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GREMasterEMPOWERRichC

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    Crushing Standardized Tests and teaching others how to do the same
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  1. Hi bilibili, This question can be solved in a number of different ways - including TESTing THE ANSWERS. We know that there are 8 girls and 20 boys to start, and a certain number of girls joined and TWICE as many boys left the class (leaving us with a ratio of 7 girls for every 4 boys). We're asked for the number of boys that LEFT the class. To start, since the number of boys who left is TWICE the number of girls who joined, the number of boys who left MUST be an EVEN number (so we can eliminate Answers A and C immediately). Let's TEST Answer D: 12 boys IF... 12 boys left and 6 girls joined, we would have.... 8 + 6 = 14 girls 20 - 12 = 8 boys 14:8 = 7:4 This is an exact match for what we were told, so this MUST be the answer. Final Answer: D GRE Masters aren't born, they're made, Rich
  2. Hi LeonidBasin, To start, I have a few questions about your timeline and goals: 1) How did you score on the GMAT (including the Quant and Verbal Scaled Scores)? 2) What Schools are you planning to apply to? 3) When are you planning to apply? GMAT Quant and GRE Quant have a great deal in common. In real basic terms, GRE Quant questions are easier (on average) but you have less time to answer those questions (on average). So you have to be relatively 'quick' about recognizing patterns and doing the necessary work. Thankfully, the GRE is just as consistent and predictable as the GMAT, so you CAN train to score at a higher level. GRE Masters aren't born, they're made, Rich
  3. Hi RandomDancing, For dual-degree Programs, you have to be careful to be sure that BOTH Programs will accept the standardized test Score that you submit. If, for example, the MPP Program(s) that you're interested in did not accept a GRE score, then you really should NOT be studying for that Exam. You would likely be best served by contacting the individual Schools/Programs directly and asking. GRE Masters aren't born, they're made,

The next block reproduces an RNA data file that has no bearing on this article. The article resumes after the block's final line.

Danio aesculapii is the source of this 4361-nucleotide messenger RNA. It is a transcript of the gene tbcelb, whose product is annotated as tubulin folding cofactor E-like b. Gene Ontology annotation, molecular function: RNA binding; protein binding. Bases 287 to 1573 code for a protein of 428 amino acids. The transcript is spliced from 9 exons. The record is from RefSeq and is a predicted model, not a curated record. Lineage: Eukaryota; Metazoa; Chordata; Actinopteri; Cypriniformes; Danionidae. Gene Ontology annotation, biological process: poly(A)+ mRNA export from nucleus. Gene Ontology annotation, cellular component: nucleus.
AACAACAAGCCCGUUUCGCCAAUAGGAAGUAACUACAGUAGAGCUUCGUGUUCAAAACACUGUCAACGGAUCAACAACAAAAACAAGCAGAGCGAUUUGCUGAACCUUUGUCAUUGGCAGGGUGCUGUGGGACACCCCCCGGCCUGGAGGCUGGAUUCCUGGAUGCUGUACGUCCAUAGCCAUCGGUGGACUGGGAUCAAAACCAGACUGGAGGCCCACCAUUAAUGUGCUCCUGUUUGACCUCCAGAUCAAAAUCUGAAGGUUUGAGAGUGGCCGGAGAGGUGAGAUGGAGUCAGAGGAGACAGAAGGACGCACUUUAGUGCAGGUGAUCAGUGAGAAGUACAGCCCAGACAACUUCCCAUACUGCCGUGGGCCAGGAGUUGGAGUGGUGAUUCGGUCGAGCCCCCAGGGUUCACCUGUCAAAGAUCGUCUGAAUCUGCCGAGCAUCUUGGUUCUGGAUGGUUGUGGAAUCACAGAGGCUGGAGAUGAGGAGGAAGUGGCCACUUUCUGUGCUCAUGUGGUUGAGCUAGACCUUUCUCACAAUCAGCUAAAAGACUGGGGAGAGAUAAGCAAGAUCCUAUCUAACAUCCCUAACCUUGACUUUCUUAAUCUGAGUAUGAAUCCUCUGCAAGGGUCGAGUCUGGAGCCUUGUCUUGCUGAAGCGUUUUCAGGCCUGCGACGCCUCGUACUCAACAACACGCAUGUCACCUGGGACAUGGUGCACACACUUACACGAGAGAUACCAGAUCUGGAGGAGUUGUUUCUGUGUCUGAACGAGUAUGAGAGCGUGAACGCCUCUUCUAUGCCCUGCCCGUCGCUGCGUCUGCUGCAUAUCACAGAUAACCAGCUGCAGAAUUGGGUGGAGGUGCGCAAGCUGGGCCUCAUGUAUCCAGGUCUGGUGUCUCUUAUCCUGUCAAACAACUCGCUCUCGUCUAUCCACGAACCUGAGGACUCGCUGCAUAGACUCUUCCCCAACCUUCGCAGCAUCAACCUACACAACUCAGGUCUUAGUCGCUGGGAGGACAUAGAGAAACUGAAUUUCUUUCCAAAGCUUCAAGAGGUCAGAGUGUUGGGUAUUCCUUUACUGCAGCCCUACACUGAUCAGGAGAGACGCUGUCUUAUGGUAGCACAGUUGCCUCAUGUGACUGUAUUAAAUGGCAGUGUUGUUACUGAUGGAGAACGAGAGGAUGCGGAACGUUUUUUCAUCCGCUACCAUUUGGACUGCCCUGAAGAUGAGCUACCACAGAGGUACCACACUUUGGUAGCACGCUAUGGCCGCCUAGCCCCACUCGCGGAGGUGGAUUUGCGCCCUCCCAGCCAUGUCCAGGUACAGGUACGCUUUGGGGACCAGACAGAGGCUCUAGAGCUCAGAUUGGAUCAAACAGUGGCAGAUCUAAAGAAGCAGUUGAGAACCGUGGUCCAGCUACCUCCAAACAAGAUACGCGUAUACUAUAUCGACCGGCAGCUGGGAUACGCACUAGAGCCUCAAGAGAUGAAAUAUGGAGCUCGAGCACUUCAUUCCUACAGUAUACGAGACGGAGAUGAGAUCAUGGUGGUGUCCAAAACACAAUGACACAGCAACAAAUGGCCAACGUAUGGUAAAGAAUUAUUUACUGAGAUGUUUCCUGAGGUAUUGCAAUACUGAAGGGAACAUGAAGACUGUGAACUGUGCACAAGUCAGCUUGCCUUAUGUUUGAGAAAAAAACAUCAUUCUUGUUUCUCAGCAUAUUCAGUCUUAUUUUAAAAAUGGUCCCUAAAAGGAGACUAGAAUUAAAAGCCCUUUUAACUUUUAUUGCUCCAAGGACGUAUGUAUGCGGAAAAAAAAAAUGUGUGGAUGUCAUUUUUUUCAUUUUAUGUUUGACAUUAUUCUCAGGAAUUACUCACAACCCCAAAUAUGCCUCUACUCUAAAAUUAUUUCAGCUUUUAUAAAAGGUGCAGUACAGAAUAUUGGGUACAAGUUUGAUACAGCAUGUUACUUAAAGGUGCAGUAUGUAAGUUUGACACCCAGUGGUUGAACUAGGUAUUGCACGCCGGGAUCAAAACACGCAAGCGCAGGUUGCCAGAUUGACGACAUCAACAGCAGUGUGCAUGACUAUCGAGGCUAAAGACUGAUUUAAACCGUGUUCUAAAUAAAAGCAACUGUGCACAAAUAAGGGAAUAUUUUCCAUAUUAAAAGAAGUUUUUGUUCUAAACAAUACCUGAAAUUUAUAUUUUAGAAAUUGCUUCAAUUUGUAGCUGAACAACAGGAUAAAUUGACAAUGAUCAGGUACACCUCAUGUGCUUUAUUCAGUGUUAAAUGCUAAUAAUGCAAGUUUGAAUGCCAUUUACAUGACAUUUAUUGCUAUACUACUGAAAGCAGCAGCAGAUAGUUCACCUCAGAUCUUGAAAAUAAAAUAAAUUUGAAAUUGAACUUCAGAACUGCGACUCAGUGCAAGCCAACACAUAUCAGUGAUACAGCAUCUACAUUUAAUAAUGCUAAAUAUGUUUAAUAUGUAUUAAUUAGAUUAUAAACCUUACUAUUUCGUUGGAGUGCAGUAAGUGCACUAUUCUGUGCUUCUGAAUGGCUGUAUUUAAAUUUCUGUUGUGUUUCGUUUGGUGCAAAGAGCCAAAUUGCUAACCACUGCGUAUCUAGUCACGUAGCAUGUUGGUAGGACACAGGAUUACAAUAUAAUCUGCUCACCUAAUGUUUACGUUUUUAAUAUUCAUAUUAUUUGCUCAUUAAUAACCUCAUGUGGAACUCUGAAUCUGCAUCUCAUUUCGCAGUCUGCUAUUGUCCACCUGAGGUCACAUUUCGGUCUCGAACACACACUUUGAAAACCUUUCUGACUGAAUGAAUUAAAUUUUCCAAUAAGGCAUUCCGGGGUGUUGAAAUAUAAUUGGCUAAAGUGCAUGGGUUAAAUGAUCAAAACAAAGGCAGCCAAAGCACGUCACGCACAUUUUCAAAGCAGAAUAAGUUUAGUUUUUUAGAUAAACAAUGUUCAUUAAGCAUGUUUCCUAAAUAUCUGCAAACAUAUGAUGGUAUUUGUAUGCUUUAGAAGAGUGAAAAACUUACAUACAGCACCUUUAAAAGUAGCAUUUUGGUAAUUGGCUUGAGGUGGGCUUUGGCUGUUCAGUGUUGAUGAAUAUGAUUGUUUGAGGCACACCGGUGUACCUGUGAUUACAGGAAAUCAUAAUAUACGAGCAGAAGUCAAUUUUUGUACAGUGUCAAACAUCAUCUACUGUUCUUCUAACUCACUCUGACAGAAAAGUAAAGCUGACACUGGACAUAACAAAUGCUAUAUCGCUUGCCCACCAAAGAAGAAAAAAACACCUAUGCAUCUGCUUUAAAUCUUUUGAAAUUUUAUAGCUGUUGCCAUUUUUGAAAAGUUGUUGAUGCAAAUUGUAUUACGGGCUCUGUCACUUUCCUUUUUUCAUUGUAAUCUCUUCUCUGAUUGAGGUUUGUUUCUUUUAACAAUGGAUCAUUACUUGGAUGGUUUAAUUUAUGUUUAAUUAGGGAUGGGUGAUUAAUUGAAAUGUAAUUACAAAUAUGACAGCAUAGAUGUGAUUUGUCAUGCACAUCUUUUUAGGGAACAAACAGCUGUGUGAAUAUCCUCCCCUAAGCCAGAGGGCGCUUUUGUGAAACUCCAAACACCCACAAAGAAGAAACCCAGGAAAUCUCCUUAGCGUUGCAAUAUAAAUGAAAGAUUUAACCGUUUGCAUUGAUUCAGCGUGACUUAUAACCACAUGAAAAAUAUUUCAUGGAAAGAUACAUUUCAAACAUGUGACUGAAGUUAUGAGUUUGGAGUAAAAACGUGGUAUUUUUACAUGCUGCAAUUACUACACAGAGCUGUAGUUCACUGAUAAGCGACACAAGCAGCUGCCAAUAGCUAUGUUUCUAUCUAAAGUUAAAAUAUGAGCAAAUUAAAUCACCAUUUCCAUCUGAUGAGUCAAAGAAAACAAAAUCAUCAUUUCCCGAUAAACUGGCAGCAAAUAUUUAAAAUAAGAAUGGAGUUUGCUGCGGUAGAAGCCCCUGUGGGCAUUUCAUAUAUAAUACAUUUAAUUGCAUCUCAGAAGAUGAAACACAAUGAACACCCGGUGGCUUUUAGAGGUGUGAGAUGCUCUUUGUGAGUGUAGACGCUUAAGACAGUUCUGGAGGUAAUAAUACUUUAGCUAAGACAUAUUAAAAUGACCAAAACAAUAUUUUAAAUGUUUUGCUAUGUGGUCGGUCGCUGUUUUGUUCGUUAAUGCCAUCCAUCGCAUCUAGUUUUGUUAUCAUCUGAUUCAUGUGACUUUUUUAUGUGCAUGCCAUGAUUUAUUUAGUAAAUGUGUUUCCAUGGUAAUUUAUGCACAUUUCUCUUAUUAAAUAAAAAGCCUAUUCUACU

4. HI WBWhite17, Have you taken either of the Official ETS practice MSTs? Those are the most realistic practice GREs on the market, so (assuming that you take them in a realistic fashion) they should provide you with the most realistic score assessments. The wording of the last sentence in your post is a bit vague - are you saying that you were scheduled to take the GRE (this past) Friday? If that's the case, then how did you score? GRE Masters aren't born, they're made, Rich
  5. Hi Mayurb29, Test Day is a rather specific event - the details are specific and they matter, so you have to do your best to 'mirror' those details when you take your practice MSTs. The more you deviate during your practice, the more your scores can be "off" (and that often means 'inflated'). Here are some things to consider when you took/take your MSTs: 1) Did you take the FULL MST (including the Essays)? 2) Did you take the MST at home? 3) Did you start it at the same time of day as your Official GRE? 4) Did you do anything during your MST that you couldn't do on Test Day (skip sections, pause the Test, take longer breaks, etc.)? 5) Had you taken that Exam before? Did you see any questions that you already knew the answers to? Thankfully, the GRE is a consistent, predictable Exam, so you CAN train to score at a higher level. GRE Masters aren't born, they're made, Rich
  6. Hi Kabir77, PhD Programs tend to be highly competitive - since there are so few slots for the number of applicants. As such, Admissions Committees tend to really 'nitpick' each application. The value of a high GRE score cannot be overlooked in this situation. Since the GRE is a consistent, predictable Exam which can be prepared for, your scores are not particularly impressive. With your prior schooling, you likely could score much higher on the GRE, but you have not properly trained to score at a high level on the Exam. Since your Official GRE scores are essentially identical, "your way" of dealing with the Exam will likely continue to earn you a score at this general level. To significantly improve, you'll need to learn and practice some new Tactics - and that will require that you invest in some new practice materials. In addition, since you've studied for 9 months, you've likely developed some 'bad habits' that will take time to fix (and replace with new 'good habits'). This is all meant to say that you could probably make some big improvements in 2 months of consistent, guided study - and that might exactly what you need to put together a strong application for the Programs that you plan to (re)apply to. GRE Masters aren't born, they're made, Rich
  7. Hi Fr1224, Many Schools/Programs expect an AWA score of 4.0 or higher, so this AWA score might be an issue for you (if you want to know what a particular School expects of you though, you should contact the Admissions Committee and ask!). A 2.5 means that you didn't write what the prompt asked you to write about - and you likely went 'off topic.' There might also be other issues, including length/thoroughness, grammar/style, etc., but the bigger factors would be the initial ones that I mentioned. GRE Masters aren't born, they're made, Rich